In this section, we present a generic and elegant MPPI framework, as illustrated in Fig. 2, in order to not only navigate autonomously in previously unseen 2D or 3D environments while avoiding collisions with obstacles but also to explore and map them. Moreover, we describe how the environment is represented to be used by MPPI for partially and fully observable navigation tasks. In Fig. 2, we present the block diagram of our proposed control framework integrated into the Robot Operating System (ROS). The individual components of our framework are described in detail in the following sections.
Iva Environment Representation
To clarify how MPPI can be used for 2D or 3D navigation in unseen environments, we assume that the environment is discretized into a 2D or 3D grid (see Fig. 2), where each cell is labeled as free, occupied, or unknown, i.e., . In practice, this labeling can be acquired from depth sensors using OctoMap [7]. As the 3D grid is a grid of cubic volumes of equal size called voxels, we can represent the environment by a set of layers along direction, where , refers to the real environment’s height, and is the voxel size. Accordingly, each layer represents a 2D occupancy grid, producing intotal 2D grids for a given environment, as illustrated in Fig. 3. Since this work is mainly concerned with the control framework, the perception problem is not presently covered. Thus, the perception is here imitated by the socalled 2D or 3D mask , which represents the sensor’s field of view (FoV) as the robot cannot normally perceive the entire environment.
For the sake of simplicity, we assume that the 3D has dimensions and an orientation , where and represent the number of cells in the 2D grid along and axes. While represents the number of layers along , assuming that the robot’s vertical FoV is between where the robot is located in layer (see Fig. 3). Note that the 3D is equivalent to 2D .
IvB Fully/Partially Observable 2D/3D Navigation Tasks
Let assume that represents the global map representation of a given environment. This map is initialized using a priori knowledge about the environment. Let be the local map of MPPI, which has the same size as and each cell is initialized with referring to unknown cells. This local map is continuously updated using an onboard sensing system, as depicted in Fig. 2.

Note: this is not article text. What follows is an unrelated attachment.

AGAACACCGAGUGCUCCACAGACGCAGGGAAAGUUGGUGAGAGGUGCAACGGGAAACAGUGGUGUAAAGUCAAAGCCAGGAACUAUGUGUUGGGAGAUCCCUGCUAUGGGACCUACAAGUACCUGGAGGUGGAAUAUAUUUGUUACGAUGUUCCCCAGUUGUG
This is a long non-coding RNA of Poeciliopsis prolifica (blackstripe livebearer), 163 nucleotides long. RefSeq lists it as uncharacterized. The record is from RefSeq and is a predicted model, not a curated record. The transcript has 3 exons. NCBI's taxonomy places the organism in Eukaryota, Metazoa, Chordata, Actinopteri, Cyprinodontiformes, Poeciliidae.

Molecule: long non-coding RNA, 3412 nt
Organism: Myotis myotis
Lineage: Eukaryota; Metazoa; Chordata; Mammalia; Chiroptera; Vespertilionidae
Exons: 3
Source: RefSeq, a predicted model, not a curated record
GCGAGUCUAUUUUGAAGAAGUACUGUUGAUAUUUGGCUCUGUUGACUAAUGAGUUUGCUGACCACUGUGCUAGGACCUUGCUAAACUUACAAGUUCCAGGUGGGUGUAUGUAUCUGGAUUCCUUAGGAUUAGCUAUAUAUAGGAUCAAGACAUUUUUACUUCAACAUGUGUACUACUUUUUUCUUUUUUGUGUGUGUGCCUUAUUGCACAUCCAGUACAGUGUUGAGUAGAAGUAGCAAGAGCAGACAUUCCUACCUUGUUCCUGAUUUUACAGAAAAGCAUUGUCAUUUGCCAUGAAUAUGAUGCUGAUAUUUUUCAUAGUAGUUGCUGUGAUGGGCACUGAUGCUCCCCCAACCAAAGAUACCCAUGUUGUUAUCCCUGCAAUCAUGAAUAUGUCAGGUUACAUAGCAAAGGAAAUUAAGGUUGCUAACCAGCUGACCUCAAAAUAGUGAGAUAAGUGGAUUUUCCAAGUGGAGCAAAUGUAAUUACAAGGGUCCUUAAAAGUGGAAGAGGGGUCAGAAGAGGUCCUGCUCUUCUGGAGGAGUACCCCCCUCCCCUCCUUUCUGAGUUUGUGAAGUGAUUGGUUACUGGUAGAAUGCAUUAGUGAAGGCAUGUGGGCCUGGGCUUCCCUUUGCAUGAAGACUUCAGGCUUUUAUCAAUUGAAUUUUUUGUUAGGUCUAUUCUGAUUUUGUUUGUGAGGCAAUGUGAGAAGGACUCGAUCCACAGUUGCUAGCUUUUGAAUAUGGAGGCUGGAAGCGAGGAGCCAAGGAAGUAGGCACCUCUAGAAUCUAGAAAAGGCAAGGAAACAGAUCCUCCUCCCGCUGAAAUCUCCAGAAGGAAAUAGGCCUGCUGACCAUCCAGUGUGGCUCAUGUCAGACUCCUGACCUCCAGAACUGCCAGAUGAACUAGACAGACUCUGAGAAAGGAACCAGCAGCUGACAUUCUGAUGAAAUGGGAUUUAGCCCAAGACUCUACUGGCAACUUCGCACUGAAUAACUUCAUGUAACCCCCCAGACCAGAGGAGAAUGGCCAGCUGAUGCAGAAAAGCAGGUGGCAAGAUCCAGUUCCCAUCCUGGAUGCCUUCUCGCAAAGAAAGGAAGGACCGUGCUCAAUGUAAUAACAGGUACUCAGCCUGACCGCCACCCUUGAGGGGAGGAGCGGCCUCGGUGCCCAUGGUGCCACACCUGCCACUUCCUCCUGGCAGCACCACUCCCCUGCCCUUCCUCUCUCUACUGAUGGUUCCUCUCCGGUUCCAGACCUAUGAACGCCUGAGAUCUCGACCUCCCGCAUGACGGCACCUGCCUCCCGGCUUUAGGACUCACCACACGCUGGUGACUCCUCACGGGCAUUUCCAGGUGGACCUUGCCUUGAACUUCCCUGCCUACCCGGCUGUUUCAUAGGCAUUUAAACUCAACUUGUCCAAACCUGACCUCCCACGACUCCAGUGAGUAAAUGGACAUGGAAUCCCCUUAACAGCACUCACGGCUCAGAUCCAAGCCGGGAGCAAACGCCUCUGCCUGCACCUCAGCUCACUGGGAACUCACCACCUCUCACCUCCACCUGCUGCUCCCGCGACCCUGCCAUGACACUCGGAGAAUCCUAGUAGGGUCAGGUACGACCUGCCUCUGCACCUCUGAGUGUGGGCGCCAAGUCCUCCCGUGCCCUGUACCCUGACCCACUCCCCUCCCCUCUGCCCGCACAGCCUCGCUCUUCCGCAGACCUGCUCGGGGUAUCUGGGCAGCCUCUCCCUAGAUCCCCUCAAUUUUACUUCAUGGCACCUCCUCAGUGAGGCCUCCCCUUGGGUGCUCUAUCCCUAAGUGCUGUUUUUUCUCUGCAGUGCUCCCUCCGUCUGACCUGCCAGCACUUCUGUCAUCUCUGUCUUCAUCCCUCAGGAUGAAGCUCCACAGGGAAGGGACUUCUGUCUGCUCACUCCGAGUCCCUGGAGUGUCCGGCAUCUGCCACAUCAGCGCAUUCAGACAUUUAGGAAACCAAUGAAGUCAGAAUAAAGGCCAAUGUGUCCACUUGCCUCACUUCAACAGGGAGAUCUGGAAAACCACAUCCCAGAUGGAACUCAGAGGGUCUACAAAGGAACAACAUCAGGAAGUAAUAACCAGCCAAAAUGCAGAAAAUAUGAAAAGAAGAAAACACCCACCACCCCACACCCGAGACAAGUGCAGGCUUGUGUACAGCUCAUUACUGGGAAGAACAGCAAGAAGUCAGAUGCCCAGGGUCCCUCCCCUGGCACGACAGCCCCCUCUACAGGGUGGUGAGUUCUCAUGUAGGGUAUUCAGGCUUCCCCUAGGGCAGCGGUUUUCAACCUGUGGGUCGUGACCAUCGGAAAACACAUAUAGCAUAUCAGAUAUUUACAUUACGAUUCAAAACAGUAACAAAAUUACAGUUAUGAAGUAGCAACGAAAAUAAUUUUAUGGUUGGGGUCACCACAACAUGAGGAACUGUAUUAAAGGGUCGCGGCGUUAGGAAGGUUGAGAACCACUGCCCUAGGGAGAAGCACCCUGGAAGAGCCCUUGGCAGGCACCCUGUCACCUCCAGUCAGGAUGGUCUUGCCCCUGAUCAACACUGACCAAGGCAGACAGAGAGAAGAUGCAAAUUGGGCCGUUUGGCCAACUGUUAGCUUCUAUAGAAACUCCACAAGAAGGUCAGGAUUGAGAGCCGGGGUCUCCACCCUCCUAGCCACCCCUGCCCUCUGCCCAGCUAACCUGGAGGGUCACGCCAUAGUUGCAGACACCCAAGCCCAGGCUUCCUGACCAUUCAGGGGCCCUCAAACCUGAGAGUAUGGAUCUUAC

IvB1 Fully Observable Case
In a fully observable case, MPPI is directly provided with a global map to compute the trajectories’ cost for avoiding obstacles, taking into account the current robot position obtained from a state estimator. For a 2D navigation task, a 2D floor grid is sufficient; only the first layer, , of 3D voxelgrid will be accessed by MPPI. While, for the 3D case, the 3D voxelgrid is required for performing collisionfree navigation. Clearly, given the robot’s position, particularly its component, the corresponding layer, , to component is used for evaluating the costtogo of each sampled trajectory (see Fig. 3). At the moment, the main limitation of the fully observable case is that our framework is only able to handle static environments; this is an important motivation for defining a partially observable navigation task that is prevalent in robotics applications.
IvB2 Partially Observable Case
In this case, the robot is located in a previously unseen and dynamic environment and must navigate to: (i) a predefined goal, (ii) or explore and map that area. As the environment is unknown and is not directly accessible by MPPI, the robot must perceive its environment (in our case, through the predefined mask ) and react appropriately. Here, the MPPI map , which is initialized with , is fed directly into the control framework as a local map for avoiding obstacles. This map is continuously updated as the robot moves around. For the sake of clarity, let us consider the map in Fig. 3 as , where the robot is located in and has dimensions of . As a consequence, based on the intersection between and , the layers from to in are updated, while other layers have remained constant.
Generally speaking, the realtime implementation of our proposed generic MPPI framework for 2D or 3D navigation in cluttered environments is better described in Algorithm 2, which employs the MPPI control scheme described above. At each timestep , the current state is estimated (line 2). The local map of MPPI is then updated accordingly, given the global map (line 3). As discussed previously, in conjunction with is used for updating the local map , as the perception modules have not been considered in the current work. Thus, in practice, the robot must be equipped with an onboard sensing system, e.g. depth camera or laser scanner, with a maximum FoV . This currently sensed data is used to obtain a 2D or 3D occupancy map, which is continuously updated, i.e., . For instance, a quadrotorbased exploration algorithm is proposed in [3] to build a realtime 3D map. Finally, this map enables the controller to find the optimal control to be executed, resulting in collisionfree navigation (line 4).
V Simulation Details and Results
In this section, we describe how we evaluate our approach in terms of simulation scenarios and performance metrics. Moreover, we conduct realistic simulations to evaluate and demonstrate the performance of the proposed framework.
Va Simulation Setup, Scenarios, and Metrics
VA1 Simulation Setup